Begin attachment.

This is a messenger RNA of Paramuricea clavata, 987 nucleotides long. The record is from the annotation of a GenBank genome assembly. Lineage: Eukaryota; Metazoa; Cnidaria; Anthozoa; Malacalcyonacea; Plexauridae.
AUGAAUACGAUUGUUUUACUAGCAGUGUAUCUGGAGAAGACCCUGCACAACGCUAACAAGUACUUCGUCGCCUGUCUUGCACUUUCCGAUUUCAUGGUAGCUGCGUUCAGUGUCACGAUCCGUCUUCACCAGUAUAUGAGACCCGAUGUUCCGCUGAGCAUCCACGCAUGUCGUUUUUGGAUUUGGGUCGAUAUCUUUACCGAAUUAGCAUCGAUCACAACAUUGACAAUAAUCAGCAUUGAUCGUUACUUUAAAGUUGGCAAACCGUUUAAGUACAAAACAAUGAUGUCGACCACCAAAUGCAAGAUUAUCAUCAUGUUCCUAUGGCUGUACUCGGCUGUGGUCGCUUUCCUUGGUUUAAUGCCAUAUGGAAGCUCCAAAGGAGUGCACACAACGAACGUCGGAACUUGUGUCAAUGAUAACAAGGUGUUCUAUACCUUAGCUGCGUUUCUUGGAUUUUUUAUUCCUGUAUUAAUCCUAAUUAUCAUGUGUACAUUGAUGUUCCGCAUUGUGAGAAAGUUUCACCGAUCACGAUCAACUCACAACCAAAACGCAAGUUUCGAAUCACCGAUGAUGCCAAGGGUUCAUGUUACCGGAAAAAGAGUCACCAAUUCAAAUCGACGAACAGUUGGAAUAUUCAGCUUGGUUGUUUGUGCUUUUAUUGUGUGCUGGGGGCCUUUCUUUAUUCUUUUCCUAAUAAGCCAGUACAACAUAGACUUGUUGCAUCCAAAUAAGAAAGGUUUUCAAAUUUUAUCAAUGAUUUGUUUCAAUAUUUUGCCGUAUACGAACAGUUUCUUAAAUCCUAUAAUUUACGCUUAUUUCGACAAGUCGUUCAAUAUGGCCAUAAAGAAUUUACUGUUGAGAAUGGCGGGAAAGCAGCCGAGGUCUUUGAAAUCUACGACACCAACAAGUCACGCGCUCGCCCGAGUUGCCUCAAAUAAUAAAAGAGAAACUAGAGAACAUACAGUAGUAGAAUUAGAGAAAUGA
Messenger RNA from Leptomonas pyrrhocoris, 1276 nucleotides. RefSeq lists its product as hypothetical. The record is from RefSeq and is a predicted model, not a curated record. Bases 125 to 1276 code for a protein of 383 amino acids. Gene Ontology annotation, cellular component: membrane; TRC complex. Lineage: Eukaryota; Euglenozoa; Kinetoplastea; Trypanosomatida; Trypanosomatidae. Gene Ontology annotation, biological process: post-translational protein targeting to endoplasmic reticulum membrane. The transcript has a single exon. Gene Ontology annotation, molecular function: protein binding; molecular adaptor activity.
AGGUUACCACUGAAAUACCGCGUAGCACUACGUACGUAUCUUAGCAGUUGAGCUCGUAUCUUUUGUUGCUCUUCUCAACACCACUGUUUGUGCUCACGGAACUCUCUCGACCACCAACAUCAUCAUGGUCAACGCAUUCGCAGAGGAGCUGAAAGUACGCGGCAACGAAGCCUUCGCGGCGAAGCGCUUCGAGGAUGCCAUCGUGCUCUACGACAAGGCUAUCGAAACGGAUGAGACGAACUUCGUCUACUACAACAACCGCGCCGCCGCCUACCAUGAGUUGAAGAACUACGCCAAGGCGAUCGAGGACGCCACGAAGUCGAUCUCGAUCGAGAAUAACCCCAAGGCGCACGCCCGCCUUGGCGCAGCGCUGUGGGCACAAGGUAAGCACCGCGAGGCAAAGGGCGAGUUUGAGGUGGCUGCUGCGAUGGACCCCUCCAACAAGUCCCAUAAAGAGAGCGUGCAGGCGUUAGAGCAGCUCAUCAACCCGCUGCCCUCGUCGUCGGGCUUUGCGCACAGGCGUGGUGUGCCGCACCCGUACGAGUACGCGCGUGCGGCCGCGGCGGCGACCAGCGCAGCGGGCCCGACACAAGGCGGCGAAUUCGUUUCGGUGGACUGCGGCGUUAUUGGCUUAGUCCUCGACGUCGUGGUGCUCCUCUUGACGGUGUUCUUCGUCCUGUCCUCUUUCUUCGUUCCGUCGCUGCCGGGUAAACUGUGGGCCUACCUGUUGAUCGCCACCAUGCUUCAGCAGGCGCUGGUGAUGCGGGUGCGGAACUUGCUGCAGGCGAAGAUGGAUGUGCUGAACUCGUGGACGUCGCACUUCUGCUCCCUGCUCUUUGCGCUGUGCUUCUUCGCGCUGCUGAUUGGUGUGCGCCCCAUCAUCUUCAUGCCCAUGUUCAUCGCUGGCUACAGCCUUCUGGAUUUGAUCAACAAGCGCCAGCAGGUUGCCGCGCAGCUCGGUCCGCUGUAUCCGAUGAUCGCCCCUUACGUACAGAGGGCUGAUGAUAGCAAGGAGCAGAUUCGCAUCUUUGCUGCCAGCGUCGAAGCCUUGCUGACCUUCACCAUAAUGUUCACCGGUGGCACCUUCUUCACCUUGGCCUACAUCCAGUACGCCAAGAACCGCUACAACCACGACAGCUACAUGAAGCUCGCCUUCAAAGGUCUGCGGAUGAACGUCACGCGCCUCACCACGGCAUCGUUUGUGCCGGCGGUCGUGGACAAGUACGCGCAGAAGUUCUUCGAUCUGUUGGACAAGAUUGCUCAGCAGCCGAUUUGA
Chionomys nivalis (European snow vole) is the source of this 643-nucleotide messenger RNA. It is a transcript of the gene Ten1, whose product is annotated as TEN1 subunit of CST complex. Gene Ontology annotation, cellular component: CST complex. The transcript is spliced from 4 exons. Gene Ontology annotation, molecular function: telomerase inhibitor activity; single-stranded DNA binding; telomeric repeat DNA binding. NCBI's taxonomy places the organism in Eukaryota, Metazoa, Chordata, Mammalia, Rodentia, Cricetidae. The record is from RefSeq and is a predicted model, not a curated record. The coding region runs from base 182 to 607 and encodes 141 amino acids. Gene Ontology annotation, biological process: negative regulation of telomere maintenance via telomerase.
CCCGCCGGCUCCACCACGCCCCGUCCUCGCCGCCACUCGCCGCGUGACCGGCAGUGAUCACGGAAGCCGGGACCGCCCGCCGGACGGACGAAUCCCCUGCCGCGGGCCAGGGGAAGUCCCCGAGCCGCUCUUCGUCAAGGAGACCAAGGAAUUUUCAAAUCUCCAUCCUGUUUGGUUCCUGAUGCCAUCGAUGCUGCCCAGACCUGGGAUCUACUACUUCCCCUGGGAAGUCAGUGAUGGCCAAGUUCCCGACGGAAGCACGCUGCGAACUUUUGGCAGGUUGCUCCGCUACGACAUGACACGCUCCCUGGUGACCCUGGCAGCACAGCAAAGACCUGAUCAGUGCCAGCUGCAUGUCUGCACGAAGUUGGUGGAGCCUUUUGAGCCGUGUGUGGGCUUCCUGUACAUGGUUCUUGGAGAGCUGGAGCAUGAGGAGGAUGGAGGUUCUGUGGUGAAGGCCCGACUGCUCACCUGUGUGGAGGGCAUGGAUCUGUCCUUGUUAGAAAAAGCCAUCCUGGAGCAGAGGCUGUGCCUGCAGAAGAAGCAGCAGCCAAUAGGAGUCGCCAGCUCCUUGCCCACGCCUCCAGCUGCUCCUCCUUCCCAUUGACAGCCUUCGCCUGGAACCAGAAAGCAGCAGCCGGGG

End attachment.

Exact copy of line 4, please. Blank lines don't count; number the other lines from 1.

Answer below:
AGGUUACCACUGAAAUACCGCGUAGCACUACGUACGUAUCUUAGCAGUUGAGCUCGUAUCUUUUGUUGCUCUUCUCAACACCACUGUUUGUGCUCACGGAACUCUCUCGACCACCAACAUCAUCAUGGUCAACGCAUUCGCAGAGGAGCUGAAAGUACGCGGCAACGAAGCCUUCGCGGCGAAGCGCUUCGAGGAUGCCAUCGUGCUCUACGACAAGGCUAUCGAAACGGAUGAGACGAACUUCGUCUACUACAACAACCGCGCCGCCGCCUACCAUGAGUUGAAGAACUACGCCAAGGCGAUCGAGGACGCCACGAAGUCGAUCUCGAUCGAGAAUAACCCCAAGGCGCACGCCCGCCUUGGCGCAGCGCUGUGGGCACAAGGUAAGCACCGCGAGGCAAAGGGCGAGUUUGAGGUGGCUGCUGCGAUGGACCCCUCCAACAAGUCCCAUAAAGAGAGCGUGCAGGCGUUAGAGCAGCUCAUCAACCCGCUGCCCUCGUCGUCGGGCUUUGCGCACAGGCGUGGUGUGCCGCACCCGUACGAGUACGCGCGUGCGGCCGCGGCGGCGACCAGCGCAGCGGGCCCGACACAAGGCGGCGAAUUCGUUUCGGUGGACUGCGGCGUUAUUGGCUUAGUCCUCGACGUCGUGGUGCUCCUCUUGACGGUGUUCUUCGUCCUGUCCUCUUUCUUCGUUCCGUCGCUGCCGGGUAAACUGUGGGCCUACCUGUUGAUCGCCACCAUGCUUCAGCAGGCGCUGGUGAUGCGGGUGCGGAACUUGCUGCAGGCGAAGAUGGAUGUGCUGAACUCGUGGACGUCGCACUUCUGCUCCCUGCUCUUUGCGCUGUGCUUCUUCGCGCUGCUGAUUGGUGUGCGCCCCAUCAUCUUCAUGCCCAUGUUCAUCGCUGGCUACAGCCUUCUGGAUUUGAUCAACAAGCGCCAGCAGGUUGCCGCGCAGCUCGGUCCGCUGUAUCCGAUGAUCGCCCCUUACGUACAGAGGGCUGAUGAUAGCAAGGAGCAGAUUCGCAUCUUUGCUGCCAGCGUCGAAGCCUUGCUGACCUUCACCAUAAUGUUCACCGGUGGCACCUUCUUCACCUUGGCCUACAUCCAGUACGCCAAGAACCGCUACAACCACGACAGCUACAUGAAGCUCGCCUUCAAAGGUCUGCGGAUGAACGUCACGCGCCUCACCACGGCAUCGUUUGUGCCGGCGGUCGUGGACAAGUACGCGCAGAAGUUCUUCGAUCUGUUGGACAAGAUUGCUCAGCAGCCGAUUUGA